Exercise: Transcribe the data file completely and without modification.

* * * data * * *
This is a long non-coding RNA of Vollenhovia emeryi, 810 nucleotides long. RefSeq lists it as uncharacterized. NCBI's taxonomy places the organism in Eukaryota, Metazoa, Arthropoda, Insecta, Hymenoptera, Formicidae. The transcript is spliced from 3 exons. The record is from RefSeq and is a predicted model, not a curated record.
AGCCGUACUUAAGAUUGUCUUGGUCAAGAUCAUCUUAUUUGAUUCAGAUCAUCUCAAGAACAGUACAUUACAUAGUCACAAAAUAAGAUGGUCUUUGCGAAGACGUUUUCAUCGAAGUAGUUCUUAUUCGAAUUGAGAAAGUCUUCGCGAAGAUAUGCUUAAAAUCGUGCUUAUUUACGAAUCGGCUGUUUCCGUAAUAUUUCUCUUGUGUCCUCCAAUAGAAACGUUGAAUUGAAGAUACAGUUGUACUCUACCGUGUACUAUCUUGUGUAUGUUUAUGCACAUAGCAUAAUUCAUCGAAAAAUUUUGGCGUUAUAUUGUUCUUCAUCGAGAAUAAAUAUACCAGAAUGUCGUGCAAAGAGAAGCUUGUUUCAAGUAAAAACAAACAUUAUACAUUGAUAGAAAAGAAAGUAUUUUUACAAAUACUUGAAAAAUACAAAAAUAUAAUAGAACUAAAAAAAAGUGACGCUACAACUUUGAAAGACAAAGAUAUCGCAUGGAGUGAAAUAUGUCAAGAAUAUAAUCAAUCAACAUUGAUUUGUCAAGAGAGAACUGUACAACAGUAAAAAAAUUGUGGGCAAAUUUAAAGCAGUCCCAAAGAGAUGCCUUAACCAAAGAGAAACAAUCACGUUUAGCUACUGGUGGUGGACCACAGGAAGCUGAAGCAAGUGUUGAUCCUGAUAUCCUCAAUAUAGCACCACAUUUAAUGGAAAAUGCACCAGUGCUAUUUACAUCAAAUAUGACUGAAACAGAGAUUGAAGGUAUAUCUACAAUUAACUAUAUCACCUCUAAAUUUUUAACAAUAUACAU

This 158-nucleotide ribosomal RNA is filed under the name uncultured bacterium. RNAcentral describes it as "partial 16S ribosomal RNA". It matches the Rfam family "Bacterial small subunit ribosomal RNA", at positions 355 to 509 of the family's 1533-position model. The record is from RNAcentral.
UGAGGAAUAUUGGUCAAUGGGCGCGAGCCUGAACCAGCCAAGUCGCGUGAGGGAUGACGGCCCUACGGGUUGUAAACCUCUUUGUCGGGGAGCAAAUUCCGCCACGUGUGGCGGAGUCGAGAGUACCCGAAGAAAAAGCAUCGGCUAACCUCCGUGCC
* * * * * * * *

This is a long non-coding RNA of Vollenhovia emeryi, 810 nucleotides long. RefSeq lists it as uncharacterized. NCBI's taxonomy places the organism in Eukaryota, Metazoa, Arthropoda, Insecta, Hymenoptera, Formicidae. The transcript is spliced from 3 exons. The record is from RefSeq and is a predicted model, not a curated record.
AGCCGUACUUAAGAUUGUCUUGGUCAAGAUCAUCUUAUUUGAUUCAGAUCAUCUCAAGAACAGUACAUUACAUAGUCACAAAAUAAGAUGGUCUUUGCGAAGACGUUUUCAUCGAAGUAGUUCUUAUUCGAAUUGAGAAAGUCUUCGCGAAGAUAUGCUUAAAAUCGUGCUUAUUUACGAAUCGGCUGUUUCCGUAAUAUUUCUCUUGUGUCCUCCAAUAGAAACGUUGAAUUGAAGAUACAGUUGUACUCUACCGUGUACUAUCUUGUGUAUGUUUAUGCACAUAGCAUAAUUCAUCGAAAAAUUUUGGCGUUAUAUUGUUCUUCAUCGAGAAUAAAUAUACCAGAAUGUCGUGCAAAGAGAAGCUUGUUUCAAGUAAAAACAAACAUUAUACAUUGAUAGAAAAGAAAGUAUUUUUACAAAUACUUGAAAAAUACAAAAAUAUAAUAGAACUAAAAAAAAGUGACGCUACAACUUUGAAAGACAAAGAUAUCGCAUGGAGUGAAAUAUGUCAAGAAUAUAAUCAAUCAACAUUGAUUUGUCAAGAGAGAACUGUACAACAGUAAAAAAAUUGUGGGCAAAUUUAAAGCAGUCCCAAAGAGAUGCCUUAACCAAAGAGAAACAAUCACGUUUAGCUACUGGUGGUGGACCACAGGAAGCUGAAGCAAGUGUUGAUCCUGAUAUCCUCAAUAUAGCACCACAUUUAAUGGAAAAUGCACCAGUGCUAUUUACAUCAAAUAUGACUGAAACAGAGAUUGAAGGUAUAUCUACAAUUAACUAUAUCACCUCUAAAUUUUUAACAAUAUACAU

This 158-nucleotide ribosomal RNA is filed under the name uncultured bacterium. RNAcentral describes it as "partial 16S ribosomal RNA". It matches the Rfam family "Bacterial small subunit ribosomal RNA", at positions 355 to 509 of the family's 1533-position model. The record is from RNAcentral.
UGAGGAAUAUUGGUCAAUGGGCGCGAGCCUGAACCAGCCAAGUCGCGUGAGGGAUGACGGCCCUACGGGUUGUAAACCUCUUUGUCGGGGAGCAAAUUCCGCCACGUGUGGCGGAGUCGAGAGUACCCGAAGAAAAAGCAUCGGCUAACCUCCGUGCC